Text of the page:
I decided to write this post because I have PCOS, it is something that I feel doesn’t get talked about enough, and hopefully it will helps some who have it, or can look into a diagnosis.
Polycystic Ovary Syndrome, otherwise known as PCOS, is a chronic condition that can affect one’s hormones and can cause infertility. Many people who have PCOS, have cysts on their ovaries. I won’t go too much into the symptoms as they vary greatly, but some more commons ones are infrequent menstrual cycles, weight changes, and hair growth or loss. PCOS can occur in people of all genders.
It’s important to know that what works for me, may not work for you and vice versa. of the things I do to cope with my PCOS is, when I am having issues with particularly bad cramps, putting a weighted, hot, fabric heat pack around my neck or on my stomach. It helps me relax, and relieves some of the pain for me.
I try to keep track of my menstrual cycle, so I can know when certain things will flare up.It is very infrequent, though I find I get phantom cramps (times when I’m not on my cycle, but I’m getting cramps anyway). I try to keep my doctor in the know, so she can help treat me. She recently gave me a painkiller for my cramps, which may be a viable option for some.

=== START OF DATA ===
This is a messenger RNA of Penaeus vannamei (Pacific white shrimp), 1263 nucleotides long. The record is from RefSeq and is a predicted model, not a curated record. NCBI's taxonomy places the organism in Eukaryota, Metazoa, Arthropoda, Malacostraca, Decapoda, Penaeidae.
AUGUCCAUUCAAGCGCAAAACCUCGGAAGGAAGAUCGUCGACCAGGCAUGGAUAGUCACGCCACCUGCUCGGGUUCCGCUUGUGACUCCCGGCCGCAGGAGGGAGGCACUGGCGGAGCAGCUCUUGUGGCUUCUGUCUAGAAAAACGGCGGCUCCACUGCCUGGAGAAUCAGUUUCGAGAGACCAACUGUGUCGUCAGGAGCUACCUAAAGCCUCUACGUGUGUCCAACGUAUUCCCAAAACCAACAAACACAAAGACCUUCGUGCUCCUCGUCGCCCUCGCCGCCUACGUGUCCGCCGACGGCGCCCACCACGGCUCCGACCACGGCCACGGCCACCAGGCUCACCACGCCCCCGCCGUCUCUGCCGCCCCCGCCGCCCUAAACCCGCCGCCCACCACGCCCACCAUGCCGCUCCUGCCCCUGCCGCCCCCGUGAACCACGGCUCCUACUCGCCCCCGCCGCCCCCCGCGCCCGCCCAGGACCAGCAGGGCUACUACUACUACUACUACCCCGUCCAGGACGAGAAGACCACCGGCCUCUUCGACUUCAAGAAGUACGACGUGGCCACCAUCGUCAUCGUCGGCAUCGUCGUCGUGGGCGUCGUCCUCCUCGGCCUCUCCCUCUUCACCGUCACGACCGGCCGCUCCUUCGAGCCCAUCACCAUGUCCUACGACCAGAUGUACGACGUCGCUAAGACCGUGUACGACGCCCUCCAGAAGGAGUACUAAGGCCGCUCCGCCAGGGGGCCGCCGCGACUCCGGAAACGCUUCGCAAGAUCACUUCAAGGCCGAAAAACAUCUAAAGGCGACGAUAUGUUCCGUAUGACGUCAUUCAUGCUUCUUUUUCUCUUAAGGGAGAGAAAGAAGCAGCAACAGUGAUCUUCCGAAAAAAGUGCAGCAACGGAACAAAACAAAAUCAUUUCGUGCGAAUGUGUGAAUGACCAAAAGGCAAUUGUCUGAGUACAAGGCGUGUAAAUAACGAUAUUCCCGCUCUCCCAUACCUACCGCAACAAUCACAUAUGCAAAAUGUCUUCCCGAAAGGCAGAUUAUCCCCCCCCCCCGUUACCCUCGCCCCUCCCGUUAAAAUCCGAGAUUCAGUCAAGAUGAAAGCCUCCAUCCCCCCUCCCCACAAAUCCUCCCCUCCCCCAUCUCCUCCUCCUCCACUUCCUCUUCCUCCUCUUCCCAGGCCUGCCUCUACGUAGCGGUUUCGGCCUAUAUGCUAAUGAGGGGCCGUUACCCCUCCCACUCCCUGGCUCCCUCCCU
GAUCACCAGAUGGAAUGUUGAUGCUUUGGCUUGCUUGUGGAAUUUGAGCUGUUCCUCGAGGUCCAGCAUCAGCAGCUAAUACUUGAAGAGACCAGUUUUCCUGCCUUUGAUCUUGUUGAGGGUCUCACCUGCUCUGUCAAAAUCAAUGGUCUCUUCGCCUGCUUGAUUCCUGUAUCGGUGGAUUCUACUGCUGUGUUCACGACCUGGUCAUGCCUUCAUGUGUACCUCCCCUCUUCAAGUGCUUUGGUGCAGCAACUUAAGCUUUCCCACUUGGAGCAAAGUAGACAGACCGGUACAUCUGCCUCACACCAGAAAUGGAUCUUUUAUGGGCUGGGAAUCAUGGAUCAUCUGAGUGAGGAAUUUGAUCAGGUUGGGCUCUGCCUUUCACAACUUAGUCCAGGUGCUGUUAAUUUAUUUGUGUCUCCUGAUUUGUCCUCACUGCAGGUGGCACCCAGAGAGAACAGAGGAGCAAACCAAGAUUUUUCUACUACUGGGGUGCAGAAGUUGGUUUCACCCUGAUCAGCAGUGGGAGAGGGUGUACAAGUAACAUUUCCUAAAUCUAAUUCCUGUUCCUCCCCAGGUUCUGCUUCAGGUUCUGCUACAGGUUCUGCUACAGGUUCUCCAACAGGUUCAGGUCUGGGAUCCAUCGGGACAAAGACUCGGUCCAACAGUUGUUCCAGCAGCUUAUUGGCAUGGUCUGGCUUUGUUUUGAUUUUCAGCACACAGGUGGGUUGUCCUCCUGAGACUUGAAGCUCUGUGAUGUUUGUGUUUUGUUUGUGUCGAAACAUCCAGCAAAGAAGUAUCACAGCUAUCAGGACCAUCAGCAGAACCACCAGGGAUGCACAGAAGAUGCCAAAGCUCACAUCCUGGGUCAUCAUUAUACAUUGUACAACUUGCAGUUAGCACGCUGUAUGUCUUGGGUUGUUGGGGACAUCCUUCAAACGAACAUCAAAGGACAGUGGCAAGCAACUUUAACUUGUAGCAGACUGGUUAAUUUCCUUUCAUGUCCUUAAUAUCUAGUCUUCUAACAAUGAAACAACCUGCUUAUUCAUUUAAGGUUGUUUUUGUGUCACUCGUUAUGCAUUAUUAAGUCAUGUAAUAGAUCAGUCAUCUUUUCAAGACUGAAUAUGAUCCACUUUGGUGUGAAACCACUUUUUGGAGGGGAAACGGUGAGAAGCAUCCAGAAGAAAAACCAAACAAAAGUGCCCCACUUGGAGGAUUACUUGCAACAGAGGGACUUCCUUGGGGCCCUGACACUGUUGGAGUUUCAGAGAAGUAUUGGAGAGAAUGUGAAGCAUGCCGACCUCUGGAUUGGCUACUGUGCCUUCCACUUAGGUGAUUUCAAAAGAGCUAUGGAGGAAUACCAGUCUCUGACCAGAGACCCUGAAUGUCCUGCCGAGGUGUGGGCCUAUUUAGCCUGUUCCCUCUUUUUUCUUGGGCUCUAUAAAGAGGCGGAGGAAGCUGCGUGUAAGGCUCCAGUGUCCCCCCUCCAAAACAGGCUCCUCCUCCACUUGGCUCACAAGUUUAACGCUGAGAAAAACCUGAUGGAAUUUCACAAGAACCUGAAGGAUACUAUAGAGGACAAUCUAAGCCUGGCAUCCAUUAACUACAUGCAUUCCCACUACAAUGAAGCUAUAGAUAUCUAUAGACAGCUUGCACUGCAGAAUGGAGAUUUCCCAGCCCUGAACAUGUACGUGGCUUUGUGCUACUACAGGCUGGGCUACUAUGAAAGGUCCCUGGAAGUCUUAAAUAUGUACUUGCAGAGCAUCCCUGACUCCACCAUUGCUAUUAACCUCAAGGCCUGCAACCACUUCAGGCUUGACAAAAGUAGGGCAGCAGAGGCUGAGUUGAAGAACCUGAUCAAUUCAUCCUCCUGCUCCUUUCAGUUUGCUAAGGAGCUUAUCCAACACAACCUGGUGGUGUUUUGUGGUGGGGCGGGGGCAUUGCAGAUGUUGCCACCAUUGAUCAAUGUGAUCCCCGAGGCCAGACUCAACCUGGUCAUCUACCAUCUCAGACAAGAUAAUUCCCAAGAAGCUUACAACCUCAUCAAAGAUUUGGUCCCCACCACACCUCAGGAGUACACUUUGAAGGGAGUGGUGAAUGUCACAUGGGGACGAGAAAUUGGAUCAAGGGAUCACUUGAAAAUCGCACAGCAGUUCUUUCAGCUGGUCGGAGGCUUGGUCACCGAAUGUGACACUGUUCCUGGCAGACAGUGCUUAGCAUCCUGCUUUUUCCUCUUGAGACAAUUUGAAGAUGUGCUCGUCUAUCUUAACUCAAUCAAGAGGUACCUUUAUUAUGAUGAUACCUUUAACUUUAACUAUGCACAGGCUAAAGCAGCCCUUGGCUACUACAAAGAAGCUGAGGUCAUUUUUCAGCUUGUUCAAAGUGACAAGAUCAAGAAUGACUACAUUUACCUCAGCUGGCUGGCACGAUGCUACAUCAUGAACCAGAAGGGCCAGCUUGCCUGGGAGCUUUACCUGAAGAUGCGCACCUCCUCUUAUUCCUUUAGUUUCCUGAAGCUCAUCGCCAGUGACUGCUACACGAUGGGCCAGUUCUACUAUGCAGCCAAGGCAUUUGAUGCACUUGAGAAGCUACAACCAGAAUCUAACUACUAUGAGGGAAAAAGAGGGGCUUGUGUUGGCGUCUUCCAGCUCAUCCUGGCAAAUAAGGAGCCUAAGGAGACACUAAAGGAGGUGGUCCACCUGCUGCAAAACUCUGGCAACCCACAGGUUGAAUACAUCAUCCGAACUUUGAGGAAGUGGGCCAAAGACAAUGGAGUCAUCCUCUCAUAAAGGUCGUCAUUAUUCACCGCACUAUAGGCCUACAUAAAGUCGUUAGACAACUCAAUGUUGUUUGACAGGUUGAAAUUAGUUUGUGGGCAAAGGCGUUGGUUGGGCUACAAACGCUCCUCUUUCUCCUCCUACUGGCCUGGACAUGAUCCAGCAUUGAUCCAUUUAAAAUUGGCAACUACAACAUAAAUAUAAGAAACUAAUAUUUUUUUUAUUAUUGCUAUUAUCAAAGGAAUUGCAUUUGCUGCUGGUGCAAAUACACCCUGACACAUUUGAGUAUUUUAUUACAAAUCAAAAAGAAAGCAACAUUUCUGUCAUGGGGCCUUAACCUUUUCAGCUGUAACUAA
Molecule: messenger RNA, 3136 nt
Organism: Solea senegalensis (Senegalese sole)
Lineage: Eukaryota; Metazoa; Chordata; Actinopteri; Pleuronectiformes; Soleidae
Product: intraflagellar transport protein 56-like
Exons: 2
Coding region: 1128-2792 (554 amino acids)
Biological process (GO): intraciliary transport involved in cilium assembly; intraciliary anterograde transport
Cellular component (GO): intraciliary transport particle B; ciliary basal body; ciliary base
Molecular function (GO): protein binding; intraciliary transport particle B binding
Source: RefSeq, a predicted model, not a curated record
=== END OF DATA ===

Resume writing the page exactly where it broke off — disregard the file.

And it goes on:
Self care is vital for me to feel good in myself, and to help me cope with my symptoms. I drink tea, which also helps relax me, and is a good form of self care for me. I watch netflix, to distract myself. I try out makeup looks on myself, to focus on something that makes me feel in control, even when my body is not. It also helps reaffirm my personal femme feelings and identity.
It is not always easy, and finding resources and community is a good way of finding support. Support websites and online communities can be really helpful, especially when it is not always possible to go out.
The symptoms are not always visible, which can lead to a lack of understanding and/or disbelief in the condition. I think it is important for people, as allies, to listen, not judge,support them if they want that, and to take the person at their word, instead of making obscure, unhelpful suggestions, when they don’t experience those things themselves if someone tells them they have PCOS, or any illness, chronic condition, disability, or mental illness, for that matter.
I really hope this has been helpful, and/or educational. If you have any questions, or want to talk about your personal experiences, I encourage you to share in the comments if you feel comfortable. Starting a conversation is also part of why I wrote this post.